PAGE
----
Not sure where to begin? Well, after you sign up for an account (remember to post a profile pic. You will get taken more seriously without the default egg) find some educators to follow. Feel free to check me out, and see who I’m following.

Twitter uses # (hashtags). They are sort of like the main idea or topic of your comment (or question). Many hashtags meet and have scheduled discussions. I personally attend #caedchat, they meet Sunday evenings from 8-9 PST. This is a group of educators from CA, and we discuss relevant issues in CA. The hour literally flies by.  Not sure how to find it, just type in #caedchat in the search. Check out what’s going on. They have hashtags for each grade level, disciplines, states, etc. To help you find # and chats that you might like check out this link: http://goo.gl/WS7Zo

By now I’m sure that I have piqued your interest. So here’s what you need to do:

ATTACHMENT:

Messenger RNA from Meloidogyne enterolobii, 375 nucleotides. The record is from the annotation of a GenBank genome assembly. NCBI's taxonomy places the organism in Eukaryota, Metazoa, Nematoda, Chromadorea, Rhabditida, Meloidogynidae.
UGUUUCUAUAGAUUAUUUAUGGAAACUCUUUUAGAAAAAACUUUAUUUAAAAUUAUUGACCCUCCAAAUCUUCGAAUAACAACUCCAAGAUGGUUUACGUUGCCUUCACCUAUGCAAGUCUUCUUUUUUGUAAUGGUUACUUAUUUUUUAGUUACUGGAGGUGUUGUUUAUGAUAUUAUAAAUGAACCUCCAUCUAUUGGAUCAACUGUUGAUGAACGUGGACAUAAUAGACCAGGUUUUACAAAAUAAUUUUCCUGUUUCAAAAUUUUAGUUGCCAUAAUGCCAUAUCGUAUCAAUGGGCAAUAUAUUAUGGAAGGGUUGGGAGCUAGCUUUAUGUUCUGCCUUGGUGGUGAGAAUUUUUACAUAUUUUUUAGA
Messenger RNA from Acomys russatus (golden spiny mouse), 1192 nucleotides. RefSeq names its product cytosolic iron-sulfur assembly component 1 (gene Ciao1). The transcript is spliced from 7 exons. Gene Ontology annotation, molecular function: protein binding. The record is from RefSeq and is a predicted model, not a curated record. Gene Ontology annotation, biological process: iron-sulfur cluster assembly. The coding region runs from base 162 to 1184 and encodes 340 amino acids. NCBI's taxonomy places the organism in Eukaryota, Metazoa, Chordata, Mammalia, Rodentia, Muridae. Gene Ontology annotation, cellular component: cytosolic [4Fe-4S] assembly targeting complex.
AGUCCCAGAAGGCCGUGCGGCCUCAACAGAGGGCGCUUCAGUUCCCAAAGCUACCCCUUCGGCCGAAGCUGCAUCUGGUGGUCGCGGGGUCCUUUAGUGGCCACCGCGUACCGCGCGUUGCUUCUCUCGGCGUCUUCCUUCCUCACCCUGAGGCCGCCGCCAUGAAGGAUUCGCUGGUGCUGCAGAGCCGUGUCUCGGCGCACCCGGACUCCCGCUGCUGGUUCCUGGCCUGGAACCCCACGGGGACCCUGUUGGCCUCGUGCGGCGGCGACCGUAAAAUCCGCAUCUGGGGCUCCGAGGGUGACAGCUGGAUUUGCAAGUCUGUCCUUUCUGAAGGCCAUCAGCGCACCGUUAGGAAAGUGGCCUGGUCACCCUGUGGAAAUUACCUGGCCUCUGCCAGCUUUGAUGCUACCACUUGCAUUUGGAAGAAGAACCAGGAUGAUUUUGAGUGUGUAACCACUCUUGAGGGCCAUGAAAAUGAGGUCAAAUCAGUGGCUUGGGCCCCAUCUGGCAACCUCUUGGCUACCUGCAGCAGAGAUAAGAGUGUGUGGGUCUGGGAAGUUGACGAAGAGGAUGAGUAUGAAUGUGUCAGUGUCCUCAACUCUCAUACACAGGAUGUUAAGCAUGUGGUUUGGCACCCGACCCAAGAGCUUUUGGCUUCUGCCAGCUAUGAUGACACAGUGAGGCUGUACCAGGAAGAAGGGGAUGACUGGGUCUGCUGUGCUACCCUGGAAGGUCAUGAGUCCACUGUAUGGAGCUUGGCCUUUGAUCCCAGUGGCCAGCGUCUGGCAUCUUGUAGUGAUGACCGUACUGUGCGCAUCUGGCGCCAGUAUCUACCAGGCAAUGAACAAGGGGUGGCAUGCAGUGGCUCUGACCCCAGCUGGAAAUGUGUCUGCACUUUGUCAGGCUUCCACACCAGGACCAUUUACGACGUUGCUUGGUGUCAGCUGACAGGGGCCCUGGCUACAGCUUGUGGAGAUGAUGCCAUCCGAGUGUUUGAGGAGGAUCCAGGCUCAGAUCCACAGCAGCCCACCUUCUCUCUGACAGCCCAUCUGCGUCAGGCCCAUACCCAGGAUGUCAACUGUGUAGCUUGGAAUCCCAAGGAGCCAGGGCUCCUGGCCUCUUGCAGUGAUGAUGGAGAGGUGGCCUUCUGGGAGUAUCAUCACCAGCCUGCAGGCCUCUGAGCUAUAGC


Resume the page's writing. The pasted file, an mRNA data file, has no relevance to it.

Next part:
1. Go to twitter.com and sign up.
  2. Follow at least one person (I’m @NowaTechie). Many of your favorite bloggers are on Twitter, follow them.
  3. Post a pic. Most people will not follow you back unless you have a pic. The egg just doesn’t cut it.
  4. It will keep asking you to follow people, once you follow one, you can skip ahead.
  5. Search for hashtags and find more people to follow that way. Example: in the search box type: #3rdchat This will lead you to all ‘tweets’ related to 3rd grade. Most of the tweeters will be 3rd grade teachers.
  6. Not ready to post yet? That’s fine. Just sit back and observe. You’ll learn a lot and get links to many great sites.
  7. Post a tweet when you’re ready. It can be as simple as “Hi, I’m new to this. I teach…”
  8. Any questions? just ask. Everyone on Twitter is eager to help and share our knowledge.